Anthony Gregory, a researcher with the Independent Institute, makes the case in The Atlantic for legalizing organ sales:
Several years ago, transplant surgeon Nadley Hakim at St. Mary’s Hospital in London pointed out that “this trade is going on anyway, why not have a controlled trade where if someone wants to donate a kidney for a particular price, that would be acceptable? If it is done safely, the donor will not suffer.”
Bringing the market into the open is the best way to ensure the trade’s appropriate activity. Since the stakes would be very high, market forces and social pressure would ensure that people are not intimidated or defrauded. In the United States, attitudes are not so casual as to allow gross degeneracy. Enabling a process by which consenting people engage in open transactions would mitigate the exploitation of innocent citizens and underhanded dealing by those seeking to skirt the law.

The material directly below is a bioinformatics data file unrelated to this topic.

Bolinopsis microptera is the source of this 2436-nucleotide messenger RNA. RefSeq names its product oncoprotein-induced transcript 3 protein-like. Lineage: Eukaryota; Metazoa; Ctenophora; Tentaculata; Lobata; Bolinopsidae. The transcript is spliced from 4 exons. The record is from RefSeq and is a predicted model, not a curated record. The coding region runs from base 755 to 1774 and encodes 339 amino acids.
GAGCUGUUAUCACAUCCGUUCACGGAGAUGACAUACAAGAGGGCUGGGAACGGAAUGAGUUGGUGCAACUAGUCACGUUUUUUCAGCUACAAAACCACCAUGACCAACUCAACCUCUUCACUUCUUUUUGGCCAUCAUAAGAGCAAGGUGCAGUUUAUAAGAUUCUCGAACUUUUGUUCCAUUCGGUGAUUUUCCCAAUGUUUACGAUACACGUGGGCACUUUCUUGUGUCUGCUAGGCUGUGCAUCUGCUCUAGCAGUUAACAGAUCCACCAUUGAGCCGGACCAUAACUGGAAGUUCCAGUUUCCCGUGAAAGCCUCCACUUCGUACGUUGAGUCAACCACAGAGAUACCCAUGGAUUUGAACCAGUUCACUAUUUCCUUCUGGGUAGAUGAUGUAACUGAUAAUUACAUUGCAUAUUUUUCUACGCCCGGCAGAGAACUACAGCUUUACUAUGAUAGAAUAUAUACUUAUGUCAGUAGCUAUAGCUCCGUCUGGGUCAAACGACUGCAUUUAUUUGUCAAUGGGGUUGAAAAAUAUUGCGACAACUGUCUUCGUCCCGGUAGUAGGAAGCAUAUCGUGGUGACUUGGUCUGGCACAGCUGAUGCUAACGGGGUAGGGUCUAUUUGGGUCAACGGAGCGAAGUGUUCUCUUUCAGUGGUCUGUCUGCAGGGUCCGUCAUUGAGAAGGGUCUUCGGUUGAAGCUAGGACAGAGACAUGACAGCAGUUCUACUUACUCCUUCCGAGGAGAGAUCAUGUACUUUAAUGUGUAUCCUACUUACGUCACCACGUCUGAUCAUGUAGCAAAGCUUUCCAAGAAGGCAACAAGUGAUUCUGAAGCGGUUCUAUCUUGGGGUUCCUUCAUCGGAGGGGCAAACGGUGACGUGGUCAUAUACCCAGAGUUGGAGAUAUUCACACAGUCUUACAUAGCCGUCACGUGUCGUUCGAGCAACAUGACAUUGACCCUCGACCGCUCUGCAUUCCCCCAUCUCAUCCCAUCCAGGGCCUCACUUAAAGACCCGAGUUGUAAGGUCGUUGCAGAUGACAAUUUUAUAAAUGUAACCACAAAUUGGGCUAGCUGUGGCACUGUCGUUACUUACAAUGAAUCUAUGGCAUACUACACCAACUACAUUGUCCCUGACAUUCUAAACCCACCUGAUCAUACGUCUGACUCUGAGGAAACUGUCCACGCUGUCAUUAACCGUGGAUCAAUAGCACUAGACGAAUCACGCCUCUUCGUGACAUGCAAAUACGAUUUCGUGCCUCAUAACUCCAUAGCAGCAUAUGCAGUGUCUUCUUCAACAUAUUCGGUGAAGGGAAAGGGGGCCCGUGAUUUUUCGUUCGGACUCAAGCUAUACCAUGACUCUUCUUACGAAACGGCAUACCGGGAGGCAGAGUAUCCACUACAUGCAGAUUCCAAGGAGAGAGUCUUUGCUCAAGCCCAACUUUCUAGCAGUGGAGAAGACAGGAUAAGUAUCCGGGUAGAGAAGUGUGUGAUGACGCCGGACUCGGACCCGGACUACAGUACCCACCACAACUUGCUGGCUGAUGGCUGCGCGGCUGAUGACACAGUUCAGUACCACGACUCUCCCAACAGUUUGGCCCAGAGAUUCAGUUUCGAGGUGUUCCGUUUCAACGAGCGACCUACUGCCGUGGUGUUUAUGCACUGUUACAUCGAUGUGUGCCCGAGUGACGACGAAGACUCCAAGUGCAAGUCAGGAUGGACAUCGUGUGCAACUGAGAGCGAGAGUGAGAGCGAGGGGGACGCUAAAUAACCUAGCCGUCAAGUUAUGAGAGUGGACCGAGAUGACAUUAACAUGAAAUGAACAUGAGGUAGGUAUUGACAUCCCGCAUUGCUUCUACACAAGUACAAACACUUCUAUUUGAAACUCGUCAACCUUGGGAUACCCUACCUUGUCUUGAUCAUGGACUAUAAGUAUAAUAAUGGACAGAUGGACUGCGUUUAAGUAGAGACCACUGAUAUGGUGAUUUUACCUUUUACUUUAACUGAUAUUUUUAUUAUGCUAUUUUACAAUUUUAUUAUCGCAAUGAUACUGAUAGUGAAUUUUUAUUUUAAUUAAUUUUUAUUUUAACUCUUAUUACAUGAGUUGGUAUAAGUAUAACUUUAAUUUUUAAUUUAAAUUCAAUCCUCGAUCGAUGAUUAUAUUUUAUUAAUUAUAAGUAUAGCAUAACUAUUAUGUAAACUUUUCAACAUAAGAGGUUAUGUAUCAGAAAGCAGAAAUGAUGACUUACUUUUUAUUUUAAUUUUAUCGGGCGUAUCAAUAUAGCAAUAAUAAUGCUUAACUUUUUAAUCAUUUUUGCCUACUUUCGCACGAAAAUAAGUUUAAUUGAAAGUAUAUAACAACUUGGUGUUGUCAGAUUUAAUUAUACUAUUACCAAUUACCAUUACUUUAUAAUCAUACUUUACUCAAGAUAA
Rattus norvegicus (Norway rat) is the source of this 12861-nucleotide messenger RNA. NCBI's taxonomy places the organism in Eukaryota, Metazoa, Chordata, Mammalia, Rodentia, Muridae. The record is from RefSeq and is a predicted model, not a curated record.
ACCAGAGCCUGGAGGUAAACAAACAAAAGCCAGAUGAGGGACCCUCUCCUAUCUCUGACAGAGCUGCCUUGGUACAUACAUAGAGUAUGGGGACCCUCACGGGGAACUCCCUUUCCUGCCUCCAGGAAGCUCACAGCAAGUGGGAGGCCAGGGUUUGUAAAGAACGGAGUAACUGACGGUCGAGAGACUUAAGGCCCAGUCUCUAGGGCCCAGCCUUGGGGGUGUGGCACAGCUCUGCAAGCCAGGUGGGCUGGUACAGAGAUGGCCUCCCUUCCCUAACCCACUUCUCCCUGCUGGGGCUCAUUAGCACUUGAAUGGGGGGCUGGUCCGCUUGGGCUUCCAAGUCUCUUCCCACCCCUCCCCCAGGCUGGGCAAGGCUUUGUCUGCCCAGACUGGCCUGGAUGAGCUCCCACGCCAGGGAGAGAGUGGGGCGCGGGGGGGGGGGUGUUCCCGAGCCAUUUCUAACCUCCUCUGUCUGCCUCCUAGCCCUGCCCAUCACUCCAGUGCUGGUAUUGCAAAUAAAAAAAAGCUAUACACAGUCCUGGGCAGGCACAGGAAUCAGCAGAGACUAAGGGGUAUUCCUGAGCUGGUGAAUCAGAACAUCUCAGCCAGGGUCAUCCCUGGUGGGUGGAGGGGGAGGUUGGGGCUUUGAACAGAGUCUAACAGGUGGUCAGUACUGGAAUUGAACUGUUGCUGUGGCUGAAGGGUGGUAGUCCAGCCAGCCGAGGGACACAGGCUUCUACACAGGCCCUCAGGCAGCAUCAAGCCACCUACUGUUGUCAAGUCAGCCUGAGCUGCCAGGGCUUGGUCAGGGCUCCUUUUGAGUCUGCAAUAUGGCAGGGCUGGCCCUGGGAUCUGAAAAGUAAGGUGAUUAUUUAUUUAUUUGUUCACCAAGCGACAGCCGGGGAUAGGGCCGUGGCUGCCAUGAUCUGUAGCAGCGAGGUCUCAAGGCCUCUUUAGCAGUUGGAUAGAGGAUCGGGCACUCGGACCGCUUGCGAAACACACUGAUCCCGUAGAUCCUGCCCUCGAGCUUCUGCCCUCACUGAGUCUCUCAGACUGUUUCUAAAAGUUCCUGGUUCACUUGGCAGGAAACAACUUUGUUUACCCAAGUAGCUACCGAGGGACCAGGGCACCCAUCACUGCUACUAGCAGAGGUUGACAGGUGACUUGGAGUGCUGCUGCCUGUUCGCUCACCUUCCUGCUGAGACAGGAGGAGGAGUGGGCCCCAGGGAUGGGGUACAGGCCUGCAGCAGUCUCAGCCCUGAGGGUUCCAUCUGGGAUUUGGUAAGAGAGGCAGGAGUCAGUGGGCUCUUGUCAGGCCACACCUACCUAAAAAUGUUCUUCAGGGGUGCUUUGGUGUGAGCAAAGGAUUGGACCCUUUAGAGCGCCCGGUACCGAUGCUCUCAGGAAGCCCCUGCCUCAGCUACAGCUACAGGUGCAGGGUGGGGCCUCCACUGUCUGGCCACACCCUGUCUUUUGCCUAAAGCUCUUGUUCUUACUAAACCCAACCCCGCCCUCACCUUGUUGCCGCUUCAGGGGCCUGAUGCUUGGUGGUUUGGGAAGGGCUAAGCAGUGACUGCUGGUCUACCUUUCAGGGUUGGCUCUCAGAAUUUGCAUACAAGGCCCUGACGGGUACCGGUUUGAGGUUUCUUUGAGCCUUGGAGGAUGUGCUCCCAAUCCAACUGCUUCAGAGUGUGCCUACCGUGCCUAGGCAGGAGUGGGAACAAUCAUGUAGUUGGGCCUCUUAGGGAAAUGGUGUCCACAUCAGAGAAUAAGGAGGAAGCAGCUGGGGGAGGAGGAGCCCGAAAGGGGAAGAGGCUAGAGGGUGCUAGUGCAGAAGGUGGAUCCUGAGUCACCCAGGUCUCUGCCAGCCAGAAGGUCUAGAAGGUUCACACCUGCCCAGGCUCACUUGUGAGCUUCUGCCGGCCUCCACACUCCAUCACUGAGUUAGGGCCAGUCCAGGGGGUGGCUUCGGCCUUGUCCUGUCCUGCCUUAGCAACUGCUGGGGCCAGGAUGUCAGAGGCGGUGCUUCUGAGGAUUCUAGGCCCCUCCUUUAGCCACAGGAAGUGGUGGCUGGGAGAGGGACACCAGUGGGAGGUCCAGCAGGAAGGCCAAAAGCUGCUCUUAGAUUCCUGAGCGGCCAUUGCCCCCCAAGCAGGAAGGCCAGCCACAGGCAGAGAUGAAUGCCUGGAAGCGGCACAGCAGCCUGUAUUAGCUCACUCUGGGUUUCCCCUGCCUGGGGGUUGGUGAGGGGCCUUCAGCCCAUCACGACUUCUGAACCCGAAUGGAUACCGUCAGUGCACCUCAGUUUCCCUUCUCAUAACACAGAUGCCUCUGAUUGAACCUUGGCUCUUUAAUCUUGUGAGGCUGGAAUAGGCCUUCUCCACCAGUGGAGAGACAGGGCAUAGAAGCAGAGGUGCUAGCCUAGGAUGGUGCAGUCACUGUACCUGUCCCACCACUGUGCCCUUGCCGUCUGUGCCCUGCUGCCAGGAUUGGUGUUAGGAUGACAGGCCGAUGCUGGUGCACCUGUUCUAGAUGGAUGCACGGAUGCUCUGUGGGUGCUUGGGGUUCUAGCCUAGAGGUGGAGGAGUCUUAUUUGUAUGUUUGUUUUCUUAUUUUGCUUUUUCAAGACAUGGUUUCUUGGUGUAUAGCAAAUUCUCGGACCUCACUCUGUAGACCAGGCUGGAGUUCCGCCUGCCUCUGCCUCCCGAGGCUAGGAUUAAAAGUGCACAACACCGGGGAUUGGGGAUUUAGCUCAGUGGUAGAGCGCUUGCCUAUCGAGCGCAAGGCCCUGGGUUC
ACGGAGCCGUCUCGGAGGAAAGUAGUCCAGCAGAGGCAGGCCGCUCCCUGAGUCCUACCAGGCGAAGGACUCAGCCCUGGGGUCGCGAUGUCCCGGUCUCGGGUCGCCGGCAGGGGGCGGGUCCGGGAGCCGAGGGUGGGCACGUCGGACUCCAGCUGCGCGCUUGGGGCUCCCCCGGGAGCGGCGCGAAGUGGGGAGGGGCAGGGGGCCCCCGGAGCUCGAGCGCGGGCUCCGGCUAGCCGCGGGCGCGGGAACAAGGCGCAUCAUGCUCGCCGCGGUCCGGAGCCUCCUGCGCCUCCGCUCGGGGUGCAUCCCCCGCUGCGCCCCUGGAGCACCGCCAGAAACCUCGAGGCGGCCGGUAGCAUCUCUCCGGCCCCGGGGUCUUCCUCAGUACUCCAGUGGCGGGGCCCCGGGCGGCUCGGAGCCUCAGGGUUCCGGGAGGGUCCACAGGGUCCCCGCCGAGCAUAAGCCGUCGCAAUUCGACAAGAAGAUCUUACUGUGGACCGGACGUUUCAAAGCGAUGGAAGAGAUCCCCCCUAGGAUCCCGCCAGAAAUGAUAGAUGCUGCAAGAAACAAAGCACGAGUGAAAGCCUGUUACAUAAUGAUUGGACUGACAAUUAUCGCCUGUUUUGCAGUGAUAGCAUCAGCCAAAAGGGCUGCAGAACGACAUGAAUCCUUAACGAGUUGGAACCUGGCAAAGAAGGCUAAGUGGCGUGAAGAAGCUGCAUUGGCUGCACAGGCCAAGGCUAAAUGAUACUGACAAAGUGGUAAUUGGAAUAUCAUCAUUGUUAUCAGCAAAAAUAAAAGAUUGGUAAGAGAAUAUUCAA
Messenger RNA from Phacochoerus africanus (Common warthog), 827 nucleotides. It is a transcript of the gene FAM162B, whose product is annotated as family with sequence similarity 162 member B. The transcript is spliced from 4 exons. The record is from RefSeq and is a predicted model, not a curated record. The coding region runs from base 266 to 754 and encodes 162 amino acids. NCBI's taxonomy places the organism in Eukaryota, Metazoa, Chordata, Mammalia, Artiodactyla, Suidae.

Bioethics is controversial.
No one endorses the ideas or concepts explored here, not even me.
You will develop a strong opinion about something you find here. I want to hear it. Philosophy is a conversation.
popbioethics [at] gmail [dot] com
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